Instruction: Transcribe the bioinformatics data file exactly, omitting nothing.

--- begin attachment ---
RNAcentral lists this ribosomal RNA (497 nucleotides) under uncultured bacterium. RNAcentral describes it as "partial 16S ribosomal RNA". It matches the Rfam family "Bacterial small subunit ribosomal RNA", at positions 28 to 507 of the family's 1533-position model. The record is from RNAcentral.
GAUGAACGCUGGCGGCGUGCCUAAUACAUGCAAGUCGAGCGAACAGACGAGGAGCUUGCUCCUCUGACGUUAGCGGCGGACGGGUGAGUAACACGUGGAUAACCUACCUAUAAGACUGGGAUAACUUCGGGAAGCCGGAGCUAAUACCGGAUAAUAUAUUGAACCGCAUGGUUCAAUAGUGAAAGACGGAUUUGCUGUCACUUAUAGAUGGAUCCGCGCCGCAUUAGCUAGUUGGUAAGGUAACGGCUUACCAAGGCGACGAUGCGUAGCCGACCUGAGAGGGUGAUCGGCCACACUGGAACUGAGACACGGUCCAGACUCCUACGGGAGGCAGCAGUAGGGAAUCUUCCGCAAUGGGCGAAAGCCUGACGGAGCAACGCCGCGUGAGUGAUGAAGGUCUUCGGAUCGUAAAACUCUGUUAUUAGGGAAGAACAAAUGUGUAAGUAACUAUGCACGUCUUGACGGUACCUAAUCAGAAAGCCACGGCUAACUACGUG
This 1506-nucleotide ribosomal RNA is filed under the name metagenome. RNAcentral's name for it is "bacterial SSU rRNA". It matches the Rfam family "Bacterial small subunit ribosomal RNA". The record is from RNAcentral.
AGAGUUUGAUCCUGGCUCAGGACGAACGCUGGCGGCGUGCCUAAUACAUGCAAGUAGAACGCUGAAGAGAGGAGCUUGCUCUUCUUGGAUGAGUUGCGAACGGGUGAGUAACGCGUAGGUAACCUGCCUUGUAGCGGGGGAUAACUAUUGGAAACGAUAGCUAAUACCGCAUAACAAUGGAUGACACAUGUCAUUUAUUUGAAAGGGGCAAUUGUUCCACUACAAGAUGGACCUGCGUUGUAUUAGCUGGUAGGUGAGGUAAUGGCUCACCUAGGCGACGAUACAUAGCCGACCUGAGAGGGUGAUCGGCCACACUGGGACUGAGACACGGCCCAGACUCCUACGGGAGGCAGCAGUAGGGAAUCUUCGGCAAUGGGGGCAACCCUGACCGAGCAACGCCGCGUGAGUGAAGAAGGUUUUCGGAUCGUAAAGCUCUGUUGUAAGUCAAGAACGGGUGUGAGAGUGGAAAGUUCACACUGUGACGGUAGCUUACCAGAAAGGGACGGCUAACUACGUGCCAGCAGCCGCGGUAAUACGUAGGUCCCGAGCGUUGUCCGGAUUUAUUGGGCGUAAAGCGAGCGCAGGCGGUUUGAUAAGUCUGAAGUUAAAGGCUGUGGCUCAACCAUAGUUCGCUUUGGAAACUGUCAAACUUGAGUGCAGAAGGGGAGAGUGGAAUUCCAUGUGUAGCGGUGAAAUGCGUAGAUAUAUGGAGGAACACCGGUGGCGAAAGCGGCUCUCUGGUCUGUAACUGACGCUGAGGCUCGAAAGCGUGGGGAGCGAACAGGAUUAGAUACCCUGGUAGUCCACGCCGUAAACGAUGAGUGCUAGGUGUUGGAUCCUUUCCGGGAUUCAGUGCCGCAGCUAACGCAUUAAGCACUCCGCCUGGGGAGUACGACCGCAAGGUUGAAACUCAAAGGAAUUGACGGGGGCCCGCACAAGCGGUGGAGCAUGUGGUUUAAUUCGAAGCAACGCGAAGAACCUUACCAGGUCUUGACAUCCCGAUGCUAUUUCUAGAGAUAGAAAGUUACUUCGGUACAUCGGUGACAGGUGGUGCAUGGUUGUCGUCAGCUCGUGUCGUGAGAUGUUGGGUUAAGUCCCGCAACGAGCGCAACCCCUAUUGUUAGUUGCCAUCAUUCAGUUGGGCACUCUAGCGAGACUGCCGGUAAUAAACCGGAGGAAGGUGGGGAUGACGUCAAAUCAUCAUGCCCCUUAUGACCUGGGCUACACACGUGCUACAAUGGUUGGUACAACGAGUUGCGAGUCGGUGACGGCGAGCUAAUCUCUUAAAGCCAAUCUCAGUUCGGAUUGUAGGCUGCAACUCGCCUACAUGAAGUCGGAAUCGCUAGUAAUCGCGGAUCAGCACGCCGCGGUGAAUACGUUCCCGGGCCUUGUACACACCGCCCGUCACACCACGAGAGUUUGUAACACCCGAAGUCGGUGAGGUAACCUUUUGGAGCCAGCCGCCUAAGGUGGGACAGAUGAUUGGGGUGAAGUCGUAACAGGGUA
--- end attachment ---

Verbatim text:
RNAcentral lists this ribosomal RNA (497 nucleotides) under uncultured bacterium. RNAcentral describes it as "partial 16S ribosomal RNA". It matches the Rfam family "Bacterial small subunit ribosomal RNA", at positions 28 to 507 of the family's 1533-position model. The record is from RNAcentral.
GAUGAACGCUGGCGGCGUGCCUAAUACAUGCAAGUCGAGCGAACAGACGAGGAGCUUGCUCCUCUGACGUUAGCGGCGGACGGGUGAGUAACACGUGGAUAACCUACCUAUAAGACUGGGAUAACUUCGGGAAGCCGGAGCUAAUACCGGAUAAUAUAUUGAACCGCAUGGUUCAAUAGUGAAAGACGGAUUUGCUGUCACUUAUAGAUGGAUCCGCGCCGCAUUAGCUAGUUGGUAAGGUAACGGCUUACCAAGGCGACGAUGCGUAGCCGACCUGAGAGGGUGAUCGGCCACACUGGAACUGAGACACGGUCCAGACUCCUACGGGAGGCAGCAGUAGGGAAUCUUCCGCAAUGGGCGAAAGCCUGACGGAGCAACGCCGCGUGAGUGAUGAAGGUCUUCGGAUCGUAAAACUCUGUUAUUAGGGAAGAACAAAUGUGUAAGUAACUAUGCACGUCUUGACGGUACCUAAUCAGAAAGCCACGGCUAACUACGUG
This 1506-nucleotide ribosomal RNA is filed under the name metagenome. RNAcentral's name for it is "bacterial SSU rRNA". It matches the Rfam family "Bacterial small subunit ribosomal RNA". The record is from RNAcentral.
AGAGUUUGAUCCUGGCUCAGGACGAACGCUGGCGGCGUGCCUAAUACAUGCAAGUAGAACGCUGAAGAGAGGAGCUUGCUCUUCUUGGAUGAGUUGCGAACGGGUGAGUAACGCGUAGGUAACCUGCCUUGUAGCGGGGGAUAACUAUUGGAAACGAUAGCUAAUACCGCAUAACAAUGGAUGACACAUGUCAUUUAUUUGAAAGGGGCAAUUGUUCCACUACAAGAUGGACCUGCGUUGUAUUAGCUGGUAGGUGAGGUAAUGGCUCACCUAGGCGACGAUACAUAGCCGACCUGAGAGGGUGAUCGGCCACACUGGGACUGAGACACGGCCCAGACUCCUACGGGAGGCAGCAGUAGGGAAUCUUCGGCAAUGGGGGCAACCCUGACCGAGCAACGCCGCGUGAGUGAAGAAGGUUUUCGGAUCGUAAAGCUCUGUUGUAAGUCAAGAACGGGUGUGAGAGUGGAAAGUUCACACUGUGACGGUAGCUUACCAGAAAGGGACGGCUAACUACGUGCCAGCAGCCGCGGUAAUACGUAGGUCCCGAGCGUUGUCCGGAUUUAUUGGGCGUAAAGCGAGCGCAGGCGGUUUGAUAAGUCUGAAGUUAAAGGCUGUGGCUCAACCAUAGUUCGCUUUGGAAACUGUCAAACUUGAGUGCAGAAGGGGAGAGUGGAAUUCCAUGUGUAGCGGUGAAAUGCGUAGAUAUAUGGAGGAACACCGGUGGCGAAAGCGGCUCUCUGGUCUGUAACUGACGCUGAGGCUCGAAAGCGUGGGGAGCGAACAGGAUUAGAUACCCUGGUAGUCCACGCCGUAAACGAUGAGUGCUAGGUGUUGGAUCCUUUCCGGGAUUCAGUGCCGCAGCUAACGCAUUAAGCACUCCGCCUGGGGAGUACGACCGCAAGGUUGAAACUCAAAGGAAUUGACGGGGGCCCGCACAAGCGGUGGAGCAUGUGGUUUAAUUCGAAGCAACGCGAAGAACCUUACCAGGUCUUGACAUCCCGAUGCUAUUUCUAGAGAUAGAAAGUUACUUCGGUACAUCGGUGACAGGUGGUGCAUGGUUGUCGUCAGCUCGUGUCGUGAGAUGUUGGGUUAAGUCCCGCAACGAGCGCAACCCCUAUUGUUAGUUGCCAUCAUUCAGUUGGGCACUCUAGCGAGACUGCCGGUAAUAAACCGGAGGAAGGUGGGGAUGACGUCAAAUCAUCAUGCCCCUUAUGACCUGGGCUACACACGUGCUACAAUGGUUGGUACAACGAGUUGCGAGUCGGUGACGGCGAGCUAAUCUCUUAAAGCCAAUCUCAGUUCGGAUUGUAGGCUGCAACUCGCCUACAUGAAGUCGGAAUCGCUAGUAAUCGCGGAUCAGCACGCCGCGGUGAAUACGUUCCCGGGCCUUGUACACACCGCCCGUCACACCACGAGAGUUUGUAACACCCGAAGUCGGUGAGGUAACCUUUUGGAGCCAGCCGCCUAAGGUGGGACAGAUGAUUGGGGUGAAGUCGUAACAGGGUA